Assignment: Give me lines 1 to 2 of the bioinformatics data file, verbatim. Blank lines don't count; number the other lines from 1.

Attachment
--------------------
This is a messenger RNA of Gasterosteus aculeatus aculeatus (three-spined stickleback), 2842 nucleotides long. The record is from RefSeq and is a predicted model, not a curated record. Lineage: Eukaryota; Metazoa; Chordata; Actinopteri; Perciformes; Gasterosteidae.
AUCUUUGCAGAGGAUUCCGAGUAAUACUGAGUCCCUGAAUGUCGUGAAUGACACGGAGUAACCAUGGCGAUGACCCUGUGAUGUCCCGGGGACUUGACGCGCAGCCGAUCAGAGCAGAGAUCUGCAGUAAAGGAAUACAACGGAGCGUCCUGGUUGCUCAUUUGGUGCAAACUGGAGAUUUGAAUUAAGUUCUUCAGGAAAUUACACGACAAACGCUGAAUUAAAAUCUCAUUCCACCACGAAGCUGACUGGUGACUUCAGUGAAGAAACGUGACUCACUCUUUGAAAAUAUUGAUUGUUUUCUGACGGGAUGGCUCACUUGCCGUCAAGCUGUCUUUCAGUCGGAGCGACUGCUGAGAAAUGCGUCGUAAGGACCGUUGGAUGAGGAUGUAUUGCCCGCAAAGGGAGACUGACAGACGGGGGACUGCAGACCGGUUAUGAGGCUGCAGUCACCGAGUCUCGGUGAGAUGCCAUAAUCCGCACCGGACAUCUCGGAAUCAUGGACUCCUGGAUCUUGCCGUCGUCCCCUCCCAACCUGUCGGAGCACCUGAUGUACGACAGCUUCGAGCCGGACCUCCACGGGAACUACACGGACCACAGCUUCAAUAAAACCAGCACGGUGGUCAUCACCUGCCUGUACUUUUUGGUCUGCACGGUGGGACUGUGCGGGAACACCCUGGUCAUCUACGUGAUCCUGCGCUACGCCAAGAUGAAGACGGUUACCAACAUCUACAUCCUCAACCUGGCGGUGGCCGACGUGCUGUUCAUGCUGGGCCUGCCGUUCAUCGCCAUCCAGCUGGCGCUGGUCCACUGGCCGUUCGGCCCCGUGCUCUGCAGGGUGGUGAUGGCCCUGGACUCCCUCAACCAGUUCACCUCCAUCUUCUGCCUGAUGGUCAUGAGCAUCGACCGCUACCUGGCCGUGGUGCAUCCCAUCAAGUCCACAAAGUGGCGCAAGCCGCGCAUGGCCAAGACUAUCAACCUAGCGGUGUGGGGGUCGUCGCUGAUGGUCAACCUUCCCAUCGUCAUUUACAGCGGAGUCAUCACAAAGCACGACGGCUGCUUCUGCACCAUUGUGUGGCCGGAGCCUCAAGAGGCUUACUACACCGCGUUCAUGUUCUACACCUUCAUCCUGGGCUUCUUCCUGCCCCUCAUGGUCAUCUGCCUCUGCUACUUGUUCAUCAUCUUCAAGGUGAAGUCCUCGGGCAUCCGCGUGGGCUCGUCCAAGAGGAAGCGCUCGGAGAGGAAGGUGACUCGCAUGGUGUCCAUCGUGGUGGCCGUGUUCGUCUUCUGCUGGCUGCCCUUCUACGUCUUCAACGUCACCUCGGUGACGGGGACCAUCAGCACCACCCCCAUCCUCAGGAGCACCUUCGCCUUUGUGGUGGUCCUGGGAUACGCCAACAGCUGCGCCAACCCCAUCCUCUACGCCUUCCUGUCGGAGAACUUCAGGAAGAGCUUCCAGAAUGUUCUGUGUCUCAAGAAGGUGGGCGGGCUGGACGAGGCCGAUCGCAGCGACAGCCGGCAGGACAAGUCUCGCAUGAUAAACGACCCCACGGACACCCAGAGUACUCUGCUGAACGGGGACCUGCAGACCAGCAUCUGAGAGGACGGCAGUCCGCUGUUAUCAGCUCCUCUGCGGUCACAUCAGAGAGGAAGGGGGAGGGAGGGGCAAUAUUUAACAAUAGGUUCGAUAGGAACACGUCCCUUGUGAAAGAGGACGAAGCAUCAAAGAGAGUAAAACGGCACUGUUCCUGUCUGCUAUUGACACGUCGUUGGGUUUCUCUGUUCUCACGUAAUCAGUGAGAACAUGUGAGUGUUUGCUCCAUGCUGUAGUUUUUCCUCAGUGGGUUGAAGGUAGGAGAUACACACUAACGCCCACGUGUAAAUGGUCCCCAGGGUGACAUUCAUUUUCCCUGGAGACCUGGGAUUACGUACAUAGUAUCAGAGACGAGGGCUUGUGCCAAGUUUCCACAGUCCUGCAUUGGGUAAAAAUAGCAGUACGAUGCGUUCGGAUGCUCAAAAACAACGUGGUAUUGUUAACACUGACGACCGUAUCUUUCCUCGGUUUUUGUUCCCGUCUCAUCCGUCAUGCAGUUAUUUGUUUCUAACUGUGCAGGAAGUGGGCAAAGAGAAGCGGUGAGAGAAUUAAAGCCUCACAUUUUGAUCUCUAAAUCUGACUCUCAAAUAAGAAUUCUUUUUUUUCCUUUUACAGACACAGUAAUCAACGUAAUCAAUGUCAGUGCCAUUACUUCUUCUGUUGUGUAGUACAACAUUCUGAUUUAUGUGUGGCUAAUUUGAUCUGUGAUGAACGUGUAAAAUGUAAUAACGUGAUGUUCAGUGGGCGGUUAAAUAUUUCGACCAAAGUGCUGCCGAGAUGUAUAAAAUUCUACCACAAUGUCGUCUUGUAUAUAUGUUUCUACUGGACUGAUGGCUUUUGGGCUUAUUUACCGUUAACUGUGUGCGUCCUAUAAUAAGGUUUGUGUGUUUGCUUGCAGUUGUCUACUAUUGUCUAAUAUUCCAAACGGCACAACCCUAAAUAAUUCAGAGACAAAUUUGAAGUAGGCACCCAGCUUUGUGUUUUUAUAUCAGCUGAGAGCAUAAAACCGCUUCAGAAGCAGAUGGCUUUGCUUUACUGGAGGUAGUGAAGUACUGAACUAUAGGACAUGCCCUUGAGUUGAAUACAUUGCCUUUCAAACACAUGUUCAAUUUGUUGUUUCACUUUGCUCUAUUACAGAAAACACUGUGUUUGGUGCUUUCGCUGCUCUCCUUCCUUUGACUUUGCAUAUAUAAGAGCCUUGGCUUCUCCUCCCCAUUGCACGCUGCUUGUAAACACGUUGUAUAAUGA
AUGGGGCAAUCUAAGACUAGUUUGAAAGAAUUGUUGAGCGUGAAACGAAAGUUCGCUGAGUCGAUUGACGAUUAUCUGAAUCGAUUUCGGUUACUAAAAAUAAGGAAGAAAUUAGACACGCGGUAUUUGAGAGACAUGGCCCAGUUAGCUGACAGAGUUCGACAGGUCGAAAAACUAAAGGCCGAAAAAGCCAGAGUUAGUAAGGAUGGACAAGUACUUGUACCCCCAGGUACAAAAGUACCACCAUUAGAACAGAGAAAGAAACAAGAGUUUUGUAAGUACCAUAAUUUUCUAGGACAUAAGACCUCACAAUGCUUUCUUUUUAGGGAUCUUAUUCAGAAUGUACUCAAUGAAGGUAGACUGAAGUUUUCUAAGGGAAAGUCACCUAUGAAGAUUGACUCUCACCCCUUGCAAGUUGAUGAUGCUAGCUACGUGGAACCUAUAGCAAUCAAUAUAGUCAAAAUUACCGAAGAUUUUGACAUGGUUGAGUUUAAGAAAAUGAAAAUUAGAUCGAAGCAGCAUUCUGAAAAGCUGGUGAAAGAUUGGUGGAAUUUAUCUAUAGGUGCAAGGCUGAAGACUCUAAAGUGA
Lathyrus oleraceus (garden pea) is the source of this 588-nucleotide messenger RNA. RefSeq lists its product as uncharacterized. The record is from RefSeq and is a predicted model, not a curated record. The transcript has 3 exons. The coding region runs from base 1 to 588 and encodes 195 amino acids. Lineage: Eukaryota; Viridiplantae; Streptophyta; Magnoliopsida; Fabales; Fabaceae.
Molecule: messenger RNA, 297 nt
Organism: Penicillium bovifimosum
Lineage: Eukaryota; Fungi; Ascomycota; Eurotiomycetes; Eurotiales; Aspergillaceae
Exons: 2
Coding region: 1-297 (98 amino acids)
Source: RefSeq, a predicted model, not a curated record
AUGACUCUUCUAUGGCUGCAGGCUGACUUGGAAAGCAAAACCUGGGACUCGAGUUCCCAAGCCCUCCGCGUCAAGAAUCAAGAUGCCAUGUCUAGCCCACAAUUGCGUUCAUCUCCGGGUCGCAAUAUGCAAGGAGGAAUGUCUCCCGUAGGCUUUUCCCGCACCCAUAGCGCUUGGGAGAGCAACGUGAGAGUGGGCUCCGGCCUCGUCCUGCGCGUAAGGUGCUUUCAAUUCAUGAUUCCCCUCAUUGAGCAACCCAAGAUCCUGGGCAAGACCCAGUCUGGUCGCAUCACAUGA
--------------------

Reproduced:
This is a messenger RNA of Gasterosteus aculeatus aculeatus (three-spined stickleback), 2842 nucleotides long. The record is from RefSeq and is a predicted model, not a curated record. Lineage: Eukaryota; Metazoa; Chordata; Actinopteri; Perciformes; Gasterosteidae.
AUCUUUGCAGAGGAUUCCGAGUAAUACUGAGUCCCUGAAUGUCGUGAAUGACACGGAGUAACCAUGGCGAUGACCCUGUGAUGUCCCGGGGACUUGACGCGCAGCCGAUCAGAGCAGAGAUCUGCAGUAAAGGAAUACAACGGAGCGUCCUGGUUGCUCAUUUGGUGCAAACUGGAGAUUUGAAUUAAGUUCUUCAGGAAAUUACACGACAAACGCUGAAUUAAAAUCUCAUUCCACCACGAAGCUGACUGGUGACUUCAGUGAAGAAACGUGACUCACUCUUUGAAAAUAUUGAUUGUUUUCUGACGGGAUGGCUCACUUGCCGUCAAGCUGUCUUUCAGUCGGAGCGACUGCUGAGAAAUGCGUCGUAAGGACCGUUGGAUGAGGAUGUAUUGCCCGCAAAGGGAGACUGACAGACGGGGGACUGCAGACCGGUUAUGAGGCUGCAGUCACCGAGUCUCGGUGAGAUGCCAUAAUCCGCACCGGACAUCUCGGAAUCAUGGACUCCUGGAUCUUGCCGUCGUCCCCUCCCAACCUGUCGGAGCACCUGAUGUACGACAGCUUCGAGCCGGACCUCCACGGGAACUACACGGACCACAGCUUCAAUAAAACCAGCACGGUGGUCAUCACCUGCCUGUACUUUUUGGUCUGCACGGUGGGACUGUGCGGGAACACCCUGGUCAUCUACGUGAUCCUGCGCUACGCCAAGAUGAAGACGGUUACCAACAUCUACAUCCUCAACCUGGCGGUGGCCGACGUGCUGUUCAUGCUGGGCCUGCCGUUCAUCGCCAUCCAGCUGGCGCUGGUCCACUGGCCGUUCGGCCCCGUGCUCUGCAGGGUGGUGAUGGCCCUGGACUCCCUCAACCAGUUCACCUCCAUCUUCUGCCUGAUGGUCAUGAGCAUCGACCGCUACCUGGCCGUGGUGCAUCCCAUCAAGUCCACAAAGUGGCGCAAGCCGCGCAUGGCCAAGACUAUCAACCUAGCGGUGUGGGGGUCGUCGCUGAUGGUCAACCUUCCCAUCGUCAUUUACAGCGGAGUCAUCACAAAGCACGACGGCUGCUUCUGCACCAUUGUGUGGCCGGAGCCUCAAGAGGCUUACUACACCGCGUUCAUGUUCUACACCUUCAUCCUGGGCUUCUUCCUGCCCCUCAUGGUCAUCUGCCUCUGCUACUUGUUCAUCAUCUUCAAGGUGAAGUCCUCGGGCAUCCGCGUGGGCUCGUCCAAGAGGAAGCGCUCGGAGAGGAAGGUGACUCGCAUGGUGUCCAUCGUGGUGGCCGUGUUCGUCUUCUGCUGGCUGCCCUUCUACGUCUUCAACGUCACCUCGGUGACGGGGACCAUCAGCACCACCCCCAUCCUCAGGAGCACCUUCGCCUUUGUGGUGGUCCUGGGAUACGCCAACAGCUGCGCCAACCCCAUCCUCUACGCCUUCCUGUCGGAGAACUUCAGGAAGAGCUUCCAGAAUGUUCUGUGUCUCAAGAAGGUGGGCGGGCUGGACGAGGCCGAUCGCAGCGACAGCCGGCAGGACAAGUCUCGCAUGAUAAACGACCCCACGGACACCCAGAGUACUCUGCUGAACGGGGACCUGCAGACCAGCAUCUGAGAGGACGGCAGUCCGCUGUUAUCAGCUCCUCUGCGGUCACAUCAGAGAGGAAGGGGGAGGGAGGGGCAAUAUUUAACAAUAGGUUCGAUAGGAACACGUCCCUUGUGAAAGAGGACGAAGCAUCAAAGAGAGUAAAACGGCACUGUUCCUGUCUGCUAUUGACACGUCGUUGGGUUUCUCUGUUCUCACGUAAUCAGUGAGAACAUGUGAGUGUUUGCUCCAUGCUGUAGUUUUUCCUCAGUGGGUUGAAGGUAGGAGAUACACACUAACGCCCACGUGUAAAUGGUCCCCAGGGUGACAUUCAUUUUCCCUGGAGACCUGGGAUUACGUACAUAGUAUCAGAGACGAGGGCUUGUGCCAAGUUUCCACAGUCCUGCAUUGGGUAAAAAUAGCAGUACGAUGCGUUCGGAUGCUCAAAAACAACGUGGUAUUGUUAACACUGACGACCGUAUCUUUCCUCGGUUUUUGUUCCCGUCUCAUCCGUCAUGCAGUUAUUUGUUUCUAACUGUGCAGGAAGUGGGCAAAGAGAAGCGGUGAGAGAAUUAAAGCCUCACAUUUUGAUCUCUAAAUCUGACUCUCAAAUAAGAAUUCUUUUUUUUCCUUUUACAGACACAGUAAUCAACGUAAUCAAUGUCAGUGCCAUUACUUCUUCUGUUGUGUAGUACAACAUUCUGAUUUAUGUGUGGCUAAUUUGAUCUGUGAUGAACGUGUAAAAUGUAAUAACGUGAUGUUCAGUGGGCGGUUAAAUAUUUCGACCAAAGUGCUGCCGAGAUGUAUAAAAUUCUACCACAAUGUCGUCUUGUAUAUAUGUUUCUACUGGACUGAUGGCUUUUGGGCUUAUUUACCGUUAACUGUGUGCGUCCUAUAAUAAGGUUUGUGUGUUUGCUUGCAGUUGUCUACUAUUGUCUAAUAUUCCAAACGGCACAACCCUAAAUAAUUCAGAGACAAAUUUGAAGUAGGCACCCAGCUUUGUGUUUUUAUAUCAGCUGAGAGCAUAAAACCGCUUCAGAAGCAGAUGGCUUUGCUUUACUGGAGGUAGUGAAGUACUGAACUAUAGGACAUGCCCUUGAGUUGAAUACAUUGCCUUUCAAACACAUGUUCAAUUUGUUGUUUCACUUUGCUCUAUUACAGAAAACACUGUGUUUGGUGCUUUCGCUGCUCUCCUUCCUUUGACUUUGCAUAUAUAAGAGCCUUGGCUUCUCCUCCCCAUUGCACGCUGCUUGUAAACACGUUGUAUAAUGA